Ecumenical challenges for global mission
by Emily McQuillan '19 M.Div.
What difficulties does fundamentalism present to ecumenical work?
How is fundamentalism expressed in different global contexts? And what role can pastors play in sharing their knowledge and education in ecumenical relationships while maintaining mutual respect? In exploration of these questions and more,
Luther Seminary Professor of Church History Mark Granquist and student Emily Stelling ’19 M.Div. presented at the Institute for Ecumenical Research’s summer seminar held this past July in Strasbourg, France.
Focusing on the topic of fundamentalism as an ecumenical challenge, the 52nd International Ecumenical Seminar brought together Christian leaders from Lutheran and other Protestant churches representing Africa, Asia, Europe, and North America.
Ecumenism and mission
As a Luther Seminary student, Stelling completed an internship in Bratislava, Slovakia. She taught at the Evangelical Lyceum and served as a vicar at the Bratislava International Church. Stelling was invited to Strasbourg to discuss the ecumenical context of her ministry, and she says international churches are a fantastic place to garner firsthand experience with ecumenical ministry.
Stelling’s presentation at the summer seminar focused on the role of ecumenism in the unique context of Bratislava International Church. During her internship experience, Stelling found that contemporary Slovak culture reflects both the nation’s rich Lutheran history and the influences of its former Communist government. In the 1990s, Slovakia became the Slovak Republic, and the Lutheran Church in Slovakia asked the ELCA to send missionaries to teach English in reopened Lutheran schools. Ultimately, a full-time pastor moved to the country and the English-speaking Bratislava International Church was created in 1994. Today it is an ecumenical worshipping community with members from a wide variety of nations and denominations.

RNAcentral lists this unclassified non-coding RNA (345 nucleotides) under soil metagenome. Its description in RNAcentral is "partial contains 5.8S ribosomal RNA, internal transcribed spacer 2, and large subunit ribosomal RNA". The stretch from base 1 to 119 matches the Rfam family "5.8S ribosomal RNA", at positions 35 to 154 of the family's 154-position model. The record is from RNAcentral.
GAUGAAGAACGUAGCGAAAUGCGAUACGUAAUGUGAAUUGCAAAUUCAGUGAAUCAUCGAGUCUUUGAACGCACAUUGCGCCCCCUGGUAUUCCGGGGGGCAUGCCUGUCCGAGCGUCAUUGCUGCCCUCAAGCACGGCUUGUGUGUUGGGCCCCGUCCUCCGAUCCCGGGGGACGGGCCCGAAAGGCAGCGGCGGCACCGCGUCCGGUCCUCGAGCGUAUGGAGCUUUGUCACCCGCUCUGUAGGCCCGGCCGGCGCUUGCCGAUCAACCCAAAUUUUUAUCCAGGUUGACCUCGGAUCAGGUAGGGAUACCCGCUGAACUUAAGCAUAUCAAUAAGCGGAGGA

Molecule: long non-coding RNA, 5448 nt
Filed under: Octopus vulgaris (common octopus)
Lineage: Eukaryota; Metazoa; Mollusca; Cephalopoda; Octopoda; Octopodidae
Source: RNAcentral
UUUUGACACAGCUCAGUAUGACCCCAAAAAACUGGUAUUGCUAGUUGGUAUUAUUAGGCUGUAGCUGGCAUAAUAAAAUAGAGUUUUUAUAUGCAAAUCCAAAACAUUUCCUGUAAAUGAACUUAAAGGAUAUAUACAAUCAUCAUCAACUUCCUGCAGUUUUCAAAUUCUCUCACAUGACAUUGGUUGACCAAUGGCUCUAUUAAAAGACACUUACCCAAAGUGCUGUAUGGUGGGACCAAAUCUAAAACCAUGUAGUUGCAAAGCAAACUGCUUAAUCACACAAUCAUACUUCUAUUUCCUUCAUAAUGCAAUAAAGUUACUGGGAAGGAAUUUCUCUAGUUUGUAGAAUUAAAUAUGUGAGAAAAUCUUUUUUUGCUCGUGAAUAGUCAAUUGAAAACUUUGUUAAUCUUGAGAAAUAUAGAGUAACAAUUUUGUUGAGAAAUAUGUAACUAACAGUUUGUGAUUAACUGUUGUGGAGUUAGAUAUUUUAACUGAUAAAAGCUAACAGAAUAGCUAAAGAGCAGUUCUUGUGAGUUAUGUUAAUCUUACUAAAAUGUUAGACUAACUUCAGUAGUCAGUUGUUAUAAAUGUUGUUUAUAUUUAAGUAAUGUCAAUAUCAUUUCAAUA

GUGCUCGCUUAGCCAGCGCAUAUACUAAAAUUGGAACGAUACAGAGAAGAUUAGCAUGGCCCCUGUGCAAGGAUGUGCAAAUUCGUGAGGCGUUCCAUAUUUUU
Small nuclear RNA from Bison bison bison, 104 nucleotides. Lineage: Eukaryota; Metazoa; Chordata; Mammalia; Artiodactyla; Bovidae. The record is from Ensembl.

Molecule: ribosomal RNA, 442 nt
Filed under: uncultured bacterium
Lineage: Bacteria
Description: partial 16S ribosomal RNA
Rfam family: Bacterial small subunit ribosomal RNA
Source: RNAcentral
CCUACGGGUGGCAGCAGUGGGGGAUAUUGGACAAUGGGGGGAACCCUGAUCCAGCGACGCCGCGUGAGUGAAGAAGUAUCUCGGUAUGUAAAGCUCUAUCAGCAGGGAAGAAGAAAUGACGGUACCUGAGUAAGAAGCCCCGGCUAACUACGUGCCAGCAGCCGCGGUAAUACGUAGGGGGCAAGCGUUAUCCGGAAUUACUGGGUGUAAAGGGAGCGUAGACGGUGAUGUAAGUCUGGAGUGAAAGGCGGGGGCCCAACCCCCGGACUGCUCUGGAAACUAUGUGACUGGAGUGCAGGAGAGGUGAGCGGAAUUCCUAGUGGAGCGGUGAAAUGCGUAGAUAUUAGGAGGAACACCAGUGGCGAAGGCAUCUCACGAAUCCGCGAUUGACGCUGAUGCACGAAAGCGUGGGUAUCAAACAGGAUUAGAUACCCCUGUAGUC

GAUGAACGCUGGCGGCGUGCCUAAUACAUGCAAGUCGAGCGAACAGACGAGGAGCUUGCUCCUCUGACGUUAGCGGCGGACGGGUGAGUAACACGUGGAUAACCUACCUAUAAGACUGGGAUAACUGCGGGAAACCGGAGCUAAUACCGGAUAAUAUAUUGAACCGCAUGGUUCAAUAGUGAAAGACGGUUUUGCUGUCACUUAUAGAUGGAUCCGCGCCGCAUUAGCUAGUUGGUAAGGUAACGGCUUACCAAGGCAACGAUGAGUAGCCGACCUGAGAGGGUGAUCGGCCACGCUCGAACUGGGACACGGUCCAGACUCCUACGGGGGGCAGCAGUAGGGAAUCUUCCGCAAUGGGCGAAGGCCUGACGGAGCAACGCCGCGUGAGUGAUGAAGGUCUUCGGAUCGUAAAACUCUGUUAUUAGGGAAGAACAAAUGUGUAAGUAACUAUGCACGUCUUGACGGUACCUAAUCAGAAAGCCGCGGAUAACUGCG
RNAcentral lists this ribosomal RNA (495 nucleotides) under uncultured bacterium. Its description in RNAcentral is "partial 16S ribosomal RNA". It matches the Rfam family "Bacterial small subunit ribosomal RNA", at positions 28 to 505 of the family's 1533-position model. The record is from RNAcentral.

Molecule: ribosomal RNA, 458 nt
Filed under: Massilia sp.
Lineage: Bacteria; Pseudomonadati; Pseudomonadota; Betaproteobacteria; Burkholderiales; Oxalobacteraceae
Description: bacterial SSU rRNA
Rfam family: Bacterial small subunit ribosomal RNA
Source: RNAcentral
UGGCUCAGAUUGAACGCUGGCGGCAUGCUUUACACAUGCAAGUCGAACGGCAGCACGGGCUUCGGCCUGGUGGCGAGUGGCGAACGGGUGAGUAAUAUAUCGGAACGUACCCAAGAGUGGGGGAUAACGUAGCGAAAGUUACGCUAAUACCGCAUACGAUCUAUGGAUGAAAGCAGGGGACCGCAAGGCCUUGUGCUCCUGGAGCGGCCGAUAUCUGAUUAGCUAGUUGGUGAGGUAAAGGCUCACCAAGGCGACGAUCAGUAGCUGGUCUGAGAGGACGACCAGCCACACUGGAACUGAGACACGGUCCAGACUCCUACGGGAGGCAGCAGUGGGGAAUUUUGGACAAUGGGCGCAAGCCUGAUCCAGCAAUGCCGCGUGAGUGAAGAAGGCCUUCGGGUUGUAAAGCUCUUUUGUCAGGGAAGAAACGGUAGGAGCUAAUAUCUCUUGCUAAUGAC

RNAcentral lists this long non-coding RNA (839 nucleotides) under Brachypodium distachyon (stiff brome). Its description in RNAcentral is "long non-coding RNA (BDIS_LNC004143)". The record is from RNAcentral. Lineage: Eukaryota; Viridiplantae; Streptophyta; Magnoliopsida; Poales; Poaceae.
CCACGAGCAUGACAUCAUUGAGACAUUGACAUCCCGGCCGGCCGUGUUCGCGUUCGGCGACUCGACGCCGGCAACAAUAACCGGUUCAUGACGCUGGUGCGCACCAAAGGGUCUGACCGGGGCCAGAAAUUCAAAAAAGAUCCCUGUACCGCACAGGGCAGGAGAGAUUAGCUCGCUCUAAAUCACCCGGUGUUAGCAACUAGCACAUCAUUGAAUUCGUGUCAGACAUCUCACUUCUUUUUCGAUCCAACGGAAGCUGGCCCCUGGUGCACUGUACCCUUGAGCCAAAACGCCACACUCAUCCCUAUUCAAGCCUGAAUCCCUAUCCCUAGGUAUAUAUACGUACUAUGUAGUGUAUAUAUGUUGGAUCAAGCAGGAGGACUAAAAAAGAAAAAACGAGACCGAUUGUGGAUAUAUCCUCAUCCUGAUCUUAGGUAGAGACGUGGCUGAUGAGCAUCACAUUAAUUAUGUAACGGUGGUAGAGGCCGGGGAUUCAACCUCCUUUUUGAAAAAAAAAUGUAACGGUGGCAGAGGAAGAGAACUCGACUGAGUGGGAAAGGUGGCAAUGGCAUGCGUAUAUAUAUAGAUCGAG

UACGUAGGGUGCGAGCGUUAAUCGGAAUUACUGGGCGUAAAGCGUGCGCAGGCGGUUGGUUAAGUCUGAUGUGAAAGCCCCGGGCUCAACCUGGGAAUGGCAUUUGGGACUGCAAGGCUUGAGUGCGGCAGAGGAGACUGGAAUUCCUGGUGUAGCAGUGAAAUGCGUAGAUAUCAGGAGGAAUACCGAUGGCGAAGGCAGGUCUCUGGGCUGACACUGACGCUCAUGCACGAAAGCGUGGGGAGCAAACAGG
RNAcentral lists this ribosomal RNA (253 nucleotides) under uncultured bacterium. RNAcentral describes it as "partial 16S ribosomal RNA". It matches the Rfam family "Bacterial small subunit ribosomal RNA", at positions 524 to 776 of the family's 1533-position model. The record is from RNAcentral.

At Bratislava International Church, Stelling saw how important it is for clergy to be engaged with all types of Christians. Her presentation explored key takeaways and ongoing questions from her experience, including how to discuss differences without becoming defensive and the practice of maintaining deeply rooted faith traditions while keeping an open mind.
History and context of fundamentalism
In his presentation, Granquist offered historical background and explained the importance of distinguishing between conservative expressions of Christianity and fundamentalism, a theological movement that originated in the 20th century.
“Fundamentalism is specifically in the United States and is a limited subsection of conservative Protestantism. Not all conservatives are fundamentalists,” Granquist says. “It’s a label that tends to be thrown about without a lot of precision. Many people see that label as a negative stereotype, so to call somebody who is simply a conservative Christian a fundamentalist might be blocking communication. If you didn’t use the word fundamentalist, there might be more possibility of an ecumenical dialogue.”
Granquist’s presentation examined how fundamentalism operates differently in varying contexts and equipped attendees to better understand the challenges fundamentalism poses to ecumenical work.
Lessons for Christian Public Leaders
For Stelling, the experience helped her discover the value of sharing her knowledge and education with others in her future role as a pastor.
“I learned that teaching theology is such a fundamental aspect to the minister’s role,” she says. “Education is part of the vows we take when we are ordained for a reason— people need direction, and they are desperately looking for it. It is not that we have all the right answers. Rather, it is that we are the ones who are set apart in society to spend our days studying the Word. We educate our parishioners, young and old, because that is what we are called to do. Therefore, we must be educated ourselves.”
Today Stelling is more attuned to the ecumenical task and the importance of living into positive relationships with Christians from a variety of backgrounds through education and fellowship. “I believe that ecumenism is what God is calling us to in this millennium,” she says.
As for Granquist, he came away with a renewed commitment to the importance of educating Christian public leaders on the issues impacting the broader Christian landscape. He says that one connection between his summer seminar experience and his work at Luther is “trying to help people understand the dynamics of what is going on in the larger sphere of religion in America.” This way, he suggests, Christians can see one another with more generosity and ask, “What do these people actually stand for and represent?”
Ultimately, Granquist says, such engagement will lead to greater understanding and unity in the Body of Christ.